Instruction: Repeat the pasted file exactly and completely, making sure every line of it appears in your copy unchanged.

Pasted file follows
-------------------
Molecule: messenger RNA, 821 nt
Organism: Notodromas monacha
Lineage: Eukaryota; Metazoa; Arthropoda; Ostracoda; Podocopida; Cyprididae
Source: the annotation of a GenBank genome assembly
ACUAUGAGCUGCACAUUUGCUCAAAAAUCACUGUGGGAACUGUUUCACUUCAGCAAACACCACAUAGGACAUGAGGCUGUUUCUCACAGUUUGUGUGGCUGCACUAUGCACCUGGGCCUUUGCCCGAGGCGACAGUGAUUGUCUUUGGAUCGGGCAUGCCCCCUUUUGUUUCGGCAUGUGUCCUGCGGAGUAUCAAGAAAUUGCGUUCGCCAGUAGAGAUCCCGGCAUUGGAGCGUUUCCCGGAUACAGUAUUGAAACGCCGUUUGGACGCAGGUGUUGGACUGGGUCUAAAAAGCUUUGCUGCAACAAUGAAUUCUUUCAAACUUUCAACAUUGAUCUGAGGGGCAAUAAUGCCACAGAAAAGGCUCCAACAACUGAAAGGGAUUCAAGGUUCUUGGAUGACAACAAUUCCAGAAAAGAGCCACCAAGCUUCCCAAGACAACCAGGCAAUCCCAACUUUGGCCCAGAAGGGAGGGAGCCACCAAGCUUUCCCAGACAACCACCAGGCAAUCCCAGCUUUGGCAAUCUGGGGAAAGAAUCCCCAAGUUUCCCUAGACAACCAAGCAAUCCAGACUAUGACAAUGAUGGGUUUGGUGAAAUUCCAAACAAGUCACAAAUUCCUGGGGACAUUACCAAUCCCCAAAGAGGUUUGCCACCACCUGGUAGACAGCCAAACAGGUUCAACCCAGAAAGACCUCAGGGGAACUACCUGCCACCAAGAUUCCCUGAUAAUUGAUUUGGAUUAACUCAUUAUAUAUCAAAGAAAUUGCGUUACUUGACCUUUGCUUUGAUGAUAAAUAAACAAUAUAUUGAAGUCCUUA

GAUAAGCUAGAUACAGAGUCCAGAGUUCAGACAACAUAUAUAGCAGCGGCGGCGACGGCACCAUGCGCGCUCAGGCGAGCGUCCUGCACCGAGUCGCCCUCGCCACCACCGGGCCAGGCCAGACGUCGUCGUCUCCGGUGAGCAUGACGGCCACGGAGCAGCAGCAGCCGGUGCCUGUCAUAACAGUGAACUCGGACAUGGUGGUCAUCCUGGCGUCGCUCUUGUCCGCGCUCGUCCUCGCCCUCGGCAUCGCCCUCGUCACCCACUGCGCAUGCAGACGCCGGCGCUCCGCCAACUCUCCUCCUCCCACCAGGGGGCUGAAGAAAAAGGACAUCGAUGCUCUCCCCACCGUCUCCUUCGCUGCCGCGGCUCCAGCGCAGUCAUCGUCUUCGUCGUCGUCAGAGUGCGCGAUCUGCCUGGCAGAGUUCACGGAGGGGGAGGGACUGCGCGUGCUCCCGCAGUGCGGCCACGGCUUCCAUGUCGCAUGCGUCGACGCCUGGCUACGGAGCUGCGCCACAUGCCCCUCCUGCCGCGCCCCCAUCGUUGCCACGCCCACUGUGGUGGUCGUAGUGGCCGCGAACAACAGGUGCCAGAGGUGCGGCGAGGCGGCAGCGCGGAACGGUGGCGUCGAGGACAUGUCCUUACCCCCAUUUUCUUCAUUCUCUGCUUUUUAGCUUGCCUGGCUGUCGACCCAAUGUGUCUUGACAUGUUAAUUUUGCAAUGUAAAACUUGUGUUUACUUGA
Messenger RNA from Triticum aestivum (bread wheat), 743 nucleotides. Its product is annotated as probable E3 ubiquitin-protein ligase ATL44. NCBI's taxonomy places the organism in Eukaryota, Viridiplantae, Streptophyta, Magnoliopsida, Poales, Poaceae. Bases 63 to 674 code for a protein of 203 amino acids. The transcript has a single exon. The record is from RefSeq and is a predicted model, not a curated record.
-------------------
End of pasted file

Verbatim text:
Molecule: messenger RNA, 821 nt
Organism: Notodromas monacha
Lineage: Eukaryota; Metazoa; Arthropoda; Ostracoda; Podocopida; Cyprididae
Source: the annotation of a GenBank genome assembly
ACUAUGAGCUGCACAUUUGCUCAAAAAUCACUGUGGGAACUGUUUCACUUCAGCAAACACCACAUAGGACAUGAGGCUGUUUCUCACAGUUUGUGUGGCUGCACUAUGCACCUGGGCCUUUGCCCGAGGCGACAGUGAUUGUCUUUGGAUCGGGCAUGCCCCCUUUUGUUUCGGCAUGUGUCCUGCGGAGUAUCAAGAAAUUGCGUUCGCCAGUAGAGAUCCCGGCAUUGGAGCGUUUCCCGGAUACAGUAUUGAAACGCCGUUUGGACGCAGGUGUUGGACUGGGUCUAAAAAGCUUUGCUGCAACAAUGAAUUCUUUCAAACUUUCAACAUUGAUCUGAGGGGCAAUAAUGCCACAGAAAAGGCUCCAACAACUGAAAGGGAUUCAAGGUUCUUGGAUGACAACAAUUCCAGAAAAGAGCCACCAAGCUUCCCAAGACAACCAGGCAAUCCCAACUUUGGCCCAGAAGGGAGGGAGCCACCAAGCUUUCCCAGACAACCACCAGGCAAUCCCAGCUUUGGCAAUCUGGGGAAAGAAUCCCCAAGUUUCCCUAGACAACCAAGCAAUCCAGACUAUGACAAUGAUGGGUUUGGUGAAAUUCCAAACAAGUCACAAAUUCCUGGGGACAUUACCAAUCCCCAAAGAGGUUUGCCACCACCUGGUAGACAGCCAAACAGGUUCAACCCAGAAAGACCUCAGGGGAACUACCUGCCACCAAGAUUCCCUGAUAAUUGAUUUGGAUUAACUCAUUAUAUAUCAAAGAAAUUGCGUUACUUGACCUUUGCUUUGAUGAUAAAUAAACAAUAUAUUGAAGUCCUUA

GAUAAGCUAGAUACAGAGUCCAGAGUUCAGACAACAUAUAUAGCAGCGGCGGCGACGGCACCAUGCGCGCUCAGGCGAGCGUCCUGCACCGAGUCGCCCUCGCCACCACCGGGCCAGGCCAGACGUCGUCGUCUCCGGUGAGCAUGACGGCCACGGAGCAGCAGCAGCCGGUGCCUGUCAUAACAGUGAACUCGGACAUGGUGGUCAUCCUGGCGUCGCUCUUGUCCGCGCUCGUCCUCGCCCUCGGCAUCGCCCUCGUCACCCACUGCGCAUGCAGACGCCGGCGCUCCGCCAACUCUCCUCCUCCCACCAGGGGGCUGAAGAAAAAGGACAUCGAUGCUCUCCCCACCGUCUCCUUCGCUGCCGCGGCUCCAGCGCAGUCAUCGUCUUCGUCGUCGUCAGAGUGCGCGAUCUGCCUGGCAGAGUUCACGGAGGGGGAGGGACUGCGCGUGCUCCCGCAGUGCGGCCACGGCUUCCAUGUCGCAUGCGUCGACGCCUGGCUACGGAGCUGCGCCACAUGCCCCUCCUGCCGCGCCCCCAUCGUUGCCACGCCCACUGUGGUGGUCGUAGUGGCCGCGAACAACAGGUGCCAGAGGUGCGGCGAGGCGGCAGCGCGGAACGGUGGCGUCGAGGACAUGUCCUUACCCCCAUUUUCUUCAUUCUCUGCUUUUUAGCUUGCCUGGCUGUCGACCCAAUGUGUCUUGACAUGUUAAUUUUGCAAUGUAAAACUUGUGUUUACUUGA
Messenger RNA from Triticum aestivum (bread wheat), 743 nucleotides. Its product is annotated as probable E3 ubiquitin-protein ligase ATL44. NCBI's taxonomy places the organism in Eukaryota, Viridiplantae, Streptophyta, Magnoliopsida, Poales, Poaceae. Bases 63 to 674 code for a protein of 203 amino acids. The transcript has a single exon. The record is from RefSeq and is a predicted model, not a curated record.